/usr/local/lib/python3.7/dist-packages/torch/nn/functional.py:718: UserWarning: Named tensors and all their associated APIs are an experimental feature and subject to change. Please do not use them for anything important until they are released as stable. (Triggered internally at /pytorch/c10/core/TensorImpl.h:1156.) return torch.max_pool2d(input, kernel_size, stride, padding, dilation, ceil_mode)
Now that we have trained our model, let's simulate shipping off the model to be used on inference or various prediction methods.
To export your trained model, you can either use the
learn.export method coupled with
load_learner to load it back in, but it should be noted that none of the inference API will work, as we did not train with the fastai data API.
Instead you should save the model weights, and perform raw PyTorch inference.
We will walk through a quick example below.
First let's save the model weights:
You can see that it showed us the location where our trained weights were stored. Next, let's load that in as a seperated PyTorch model not tied to the
new_net = Net() net_dict = torch.load('models/myModel.pth') new_net.load_state_dict(net_dict);
Finally, let's predict on a single image using those
tfms we declared earlier.
When predicting in general we preprocess the dataset in the same form as the validation set, and this is how fastai does it as well with their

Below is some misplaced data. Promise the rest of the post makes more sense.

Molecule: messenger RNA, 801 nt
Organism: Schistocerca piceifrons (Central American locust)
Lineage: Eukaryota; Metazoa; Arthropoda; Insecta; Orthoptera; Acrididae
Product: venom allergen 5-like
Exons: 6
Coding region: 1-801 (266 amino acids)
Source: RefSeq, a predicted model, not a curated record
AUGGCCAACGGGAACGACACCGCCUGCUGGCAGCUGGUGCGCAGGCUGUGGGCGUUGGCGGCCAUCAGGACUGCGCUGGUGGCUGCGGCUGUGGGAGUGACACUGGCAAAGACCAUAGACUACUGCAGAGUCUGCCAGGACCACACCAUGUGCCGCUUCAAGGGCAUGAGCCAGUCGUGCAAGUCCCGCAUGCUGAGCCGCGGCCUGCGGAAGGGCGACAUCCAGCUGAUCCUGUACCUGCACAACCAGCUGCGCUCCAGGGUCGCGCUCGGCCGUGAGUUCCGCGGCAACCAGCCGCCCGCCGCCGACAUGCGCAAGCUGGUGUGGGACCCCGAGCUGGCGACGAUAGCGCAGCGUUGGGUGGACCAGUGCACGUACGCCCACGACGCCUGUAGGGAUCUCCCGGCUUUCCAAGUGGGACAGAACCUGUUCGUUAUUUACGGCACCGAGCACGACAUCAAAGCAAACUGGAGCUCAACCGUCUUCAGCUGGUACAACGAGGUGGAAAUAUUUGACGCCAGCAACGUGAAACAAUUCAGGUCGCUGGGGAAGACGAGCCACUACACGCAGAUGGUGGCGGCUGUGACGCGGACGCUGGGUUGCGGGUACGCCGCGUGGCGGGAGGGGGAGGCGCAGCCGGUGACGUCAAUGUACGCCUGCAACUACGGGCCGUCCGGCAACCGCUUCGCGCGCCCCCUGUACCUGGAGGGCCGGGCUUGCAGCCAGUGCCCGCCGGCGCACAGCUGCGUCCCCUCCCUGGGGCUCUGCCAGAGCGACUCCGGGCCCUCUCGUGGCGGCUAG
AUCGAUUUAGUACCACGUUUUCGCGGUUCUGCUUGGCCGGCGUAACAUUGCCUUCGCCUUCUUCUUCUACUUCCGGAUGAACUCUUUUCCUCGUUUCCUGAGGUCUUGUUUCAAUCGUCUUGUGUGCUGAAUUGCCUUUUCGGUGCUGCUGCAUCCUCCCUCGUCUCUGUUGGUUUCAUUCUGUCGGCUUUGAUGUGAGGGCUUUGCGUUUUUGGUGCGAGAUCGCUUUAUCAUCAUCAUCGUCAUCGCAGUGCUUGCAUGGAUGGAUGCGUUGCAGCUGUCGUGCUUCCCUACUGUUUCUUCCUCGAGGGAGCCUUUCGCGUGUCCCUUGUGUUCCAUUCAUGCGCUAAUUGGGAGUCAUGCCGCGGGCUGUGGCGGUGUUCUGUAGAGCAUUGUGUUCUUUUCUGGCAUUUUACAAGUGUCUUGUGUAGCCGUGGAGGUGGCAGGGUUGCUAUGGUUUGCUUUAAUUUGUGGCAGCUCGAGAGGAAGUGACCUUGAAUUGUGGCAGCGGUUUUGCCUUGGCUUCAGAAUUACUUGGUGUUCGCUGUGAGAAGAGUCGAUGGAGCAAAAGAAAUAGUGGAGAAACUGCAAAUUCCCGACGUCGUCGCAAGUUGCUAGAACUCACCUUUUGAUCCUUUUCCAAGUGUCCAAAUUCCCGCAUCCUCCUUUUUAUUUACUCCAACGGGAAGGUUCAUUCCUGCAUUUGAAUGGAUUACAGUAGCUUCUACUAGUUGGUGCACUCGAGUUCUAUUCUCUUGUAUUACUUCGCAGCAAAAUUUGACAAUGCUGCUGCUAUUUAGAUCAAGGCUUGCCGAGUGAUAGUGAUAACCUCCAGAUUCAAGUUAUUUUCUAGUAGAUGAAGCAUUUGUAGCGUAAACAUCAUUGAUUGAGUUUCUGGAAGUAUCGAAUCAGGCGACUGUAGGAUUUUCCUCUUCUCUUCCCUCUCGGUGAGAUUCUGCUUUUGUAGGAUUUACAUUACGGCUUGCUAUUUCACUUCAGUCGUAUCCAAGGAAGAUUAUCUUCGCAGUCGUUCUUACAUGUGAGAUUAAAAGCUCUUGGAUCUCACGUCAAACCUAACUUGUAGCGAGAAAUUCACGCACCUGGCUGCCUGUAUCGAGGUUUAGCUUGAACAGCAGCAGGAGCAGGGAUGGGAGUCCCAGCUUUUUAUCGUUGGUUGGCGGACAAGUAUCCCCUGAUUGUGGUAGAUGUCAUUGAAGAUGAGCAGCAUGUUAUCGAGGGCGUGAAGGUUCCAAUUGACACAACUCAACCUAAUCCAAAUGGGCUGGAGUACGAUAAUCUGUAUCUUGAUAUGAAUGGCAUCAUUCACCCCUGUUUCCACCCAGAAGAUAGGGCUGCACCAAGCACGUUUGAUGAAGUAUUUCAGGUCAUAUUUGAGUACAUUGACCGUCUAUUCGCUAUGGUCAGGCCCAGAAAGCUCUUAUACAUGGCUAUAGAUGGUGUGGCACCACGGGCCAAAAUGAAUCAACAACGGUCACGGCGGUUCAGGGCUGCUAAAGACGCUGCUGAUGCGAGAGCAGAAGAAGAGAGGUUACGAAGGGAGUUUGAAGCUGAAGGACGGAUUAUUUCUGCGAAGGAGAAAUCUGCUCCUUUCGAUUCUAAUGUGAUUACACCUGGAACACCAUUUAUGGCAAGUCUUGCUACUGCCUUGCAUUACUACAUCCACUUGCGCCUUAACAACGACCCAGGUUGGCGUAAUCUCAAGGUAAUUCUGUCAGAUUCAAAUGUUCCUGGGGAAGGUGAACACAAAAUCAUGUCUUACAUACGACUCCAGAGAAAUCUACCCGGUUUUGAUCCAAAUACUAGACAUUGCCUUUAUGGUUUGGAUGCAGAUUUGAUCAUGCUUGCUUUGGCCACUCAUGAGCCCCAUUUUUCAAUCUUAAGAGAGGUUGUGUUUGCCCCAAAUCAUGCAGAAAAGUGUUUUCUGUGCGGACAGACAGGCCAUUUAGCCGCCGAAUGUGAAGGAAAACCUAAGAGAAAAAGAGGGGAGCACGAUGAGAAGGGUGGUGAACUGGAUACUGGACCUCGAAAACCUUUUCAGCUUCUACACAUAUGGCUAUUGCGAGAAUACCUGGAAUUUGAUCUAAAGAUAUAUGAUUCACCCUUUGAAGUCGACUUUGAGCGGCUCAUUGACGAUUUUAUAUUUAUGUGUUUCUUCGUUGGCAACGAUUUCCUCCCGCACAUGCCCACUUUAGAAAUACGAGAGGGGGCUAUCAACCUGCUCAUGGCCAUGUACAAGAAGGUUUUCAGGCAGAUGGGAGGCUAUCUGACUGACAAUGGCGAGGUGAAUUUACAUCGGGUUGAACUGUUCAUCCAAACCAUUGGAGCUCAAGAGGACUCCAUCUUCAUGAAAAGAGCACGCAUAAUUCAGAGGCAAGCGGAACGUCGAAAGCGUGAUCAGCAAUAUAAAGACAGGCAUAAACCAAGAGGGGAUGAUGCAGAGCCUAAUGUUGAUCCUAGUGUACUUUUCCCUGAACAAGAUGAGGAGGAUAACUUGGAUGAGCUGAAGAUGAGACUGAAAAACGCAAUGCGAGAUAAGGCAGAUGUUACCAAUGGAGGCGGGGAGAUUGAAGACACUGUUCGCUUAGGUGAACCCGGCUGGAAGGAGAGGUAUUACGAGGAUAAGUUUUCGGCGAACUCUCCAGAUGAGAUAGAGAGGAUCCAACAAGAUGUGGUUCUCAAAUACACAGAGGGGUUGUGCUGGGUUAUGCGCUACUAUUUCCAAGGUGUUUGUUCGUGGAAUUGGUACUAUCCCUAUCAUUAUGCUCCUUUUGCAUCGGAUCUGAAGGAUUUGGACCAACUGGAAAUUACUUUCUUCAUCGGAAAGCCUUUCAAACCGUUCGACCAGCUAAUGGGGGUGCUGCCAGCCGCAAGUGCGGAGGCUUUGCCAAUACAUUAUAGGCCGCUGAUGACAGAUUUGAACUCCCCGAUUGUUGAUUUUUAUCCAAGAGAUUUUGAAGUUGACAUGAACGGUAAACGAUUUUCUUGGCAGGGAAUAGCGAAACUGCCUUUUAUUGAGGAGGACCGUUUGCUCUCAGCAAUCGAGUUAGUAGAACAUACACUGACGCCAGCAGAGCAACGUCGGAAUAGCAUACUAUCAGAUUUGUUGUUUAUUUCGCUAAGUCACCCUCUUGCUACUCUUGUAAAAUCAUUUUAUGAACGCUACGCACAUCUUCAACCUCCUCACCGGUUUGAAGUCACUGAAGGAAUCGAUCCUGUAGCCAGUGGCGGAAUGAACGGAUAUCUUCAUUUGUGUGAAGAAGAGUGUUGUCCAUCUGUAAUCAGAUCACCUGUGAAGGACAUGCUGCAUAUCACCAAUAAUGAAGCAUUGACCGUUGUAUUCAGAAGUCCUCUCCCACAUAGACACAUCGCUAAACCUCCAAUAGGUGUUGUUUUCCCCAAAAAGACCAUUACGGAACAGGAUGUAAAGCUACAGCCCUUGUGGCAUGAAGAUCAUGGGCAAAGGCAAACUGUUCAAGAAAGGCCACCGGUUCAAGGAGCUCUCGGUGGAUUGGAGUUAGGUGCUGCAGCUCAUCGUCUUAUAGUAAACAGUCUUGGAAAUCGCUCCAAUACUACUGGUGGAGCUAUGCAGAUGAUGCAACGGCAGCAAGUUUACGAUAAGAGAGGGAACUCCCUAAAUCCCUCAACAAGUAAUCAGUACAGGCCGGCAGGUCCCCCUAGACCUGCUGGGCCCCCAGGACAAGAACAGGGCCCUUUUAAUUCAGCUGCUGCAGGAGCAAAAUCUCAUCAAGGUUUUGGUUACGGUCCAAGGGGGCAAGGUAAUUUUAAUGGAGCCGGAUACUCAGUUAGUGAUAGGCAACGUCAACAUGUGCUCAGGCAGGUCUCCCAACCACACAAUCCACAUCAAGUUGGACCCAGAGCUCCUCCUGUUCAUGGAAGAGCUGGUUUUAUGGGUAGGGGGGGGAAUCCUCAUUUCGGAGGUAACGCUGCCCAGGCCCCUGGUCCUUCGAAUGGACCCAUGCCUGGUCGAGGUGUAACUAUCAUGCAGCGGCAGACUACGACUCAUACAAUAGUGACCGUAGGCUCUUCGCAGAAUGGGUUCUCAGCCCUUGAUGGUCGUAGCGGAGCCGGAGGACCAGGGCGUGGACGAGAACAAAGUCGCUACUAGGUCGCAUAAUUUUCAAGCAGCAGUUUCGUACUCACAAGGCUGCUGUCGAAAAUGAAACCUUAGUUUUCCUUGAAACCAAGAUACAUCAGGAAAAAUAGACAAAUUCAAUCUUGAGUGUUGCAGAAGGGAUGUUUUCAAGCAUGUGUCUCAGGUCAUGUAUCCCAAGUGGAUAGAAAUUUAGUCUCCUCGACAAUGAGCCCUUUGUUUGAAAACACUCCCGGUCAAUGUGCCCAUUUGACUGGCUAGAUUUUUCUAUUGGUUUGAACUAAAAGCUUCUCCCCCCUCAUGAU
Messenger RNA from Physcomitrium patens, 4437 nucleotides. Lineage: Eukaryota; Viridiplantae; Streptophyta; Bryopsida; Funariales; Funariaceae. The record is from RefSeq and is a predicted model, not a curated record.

Since the downloaded dataset doesn't have individual files for us to work with, we will download a set of only 3's and 7's from fastai, and predict on one of those images:
from fastai.data.external import untar_data, URLs
data_path = untar_data(URLs.MNIST_SAMPLE)
We'll grab one of the
single_image = data_path/'valid'/'3'/'8483.png'
Open it in Pillow:
from PIL import Image
im = Image.open(single_image) im.load();
Next we will apply the same transforms that we did to our validation set
tfmd_im = tfms(im); tfmd_im.shape
torch.Size([1, 28, 28])
We'll set it as a batch of 1:
tfmd_im = tfmd_im.unsqueeze(0)
torch.Size([1, 1, 28, 28])
And then predict with our model:
with torch.no_grad(): new_net.cuda() tfmd_im = tfmd_im.cuda() preds = new_net(tfmd_im)
Let's look at the predictions:
tensor([[-1.6179e+01, -1.0118e+01, -6.2008e+00, -4.2441e-03, -1.9511e+01, -8.5174e+00, -2.2341e+01, -1.0145e+01, -6.8038e+00, -7.1086e+00]], device='cuda:0')
This isn't quite what fastai outputs, we need to convert this into a class label to make it similar. To do so, we simply take the argmax of the predictions over the first index.
If we were using fastai DataLoaders, it would use this as an index into a list of class names. Since our labels are 0-9, the argmax is our label:
And we can see it correctly predicted a label of 3!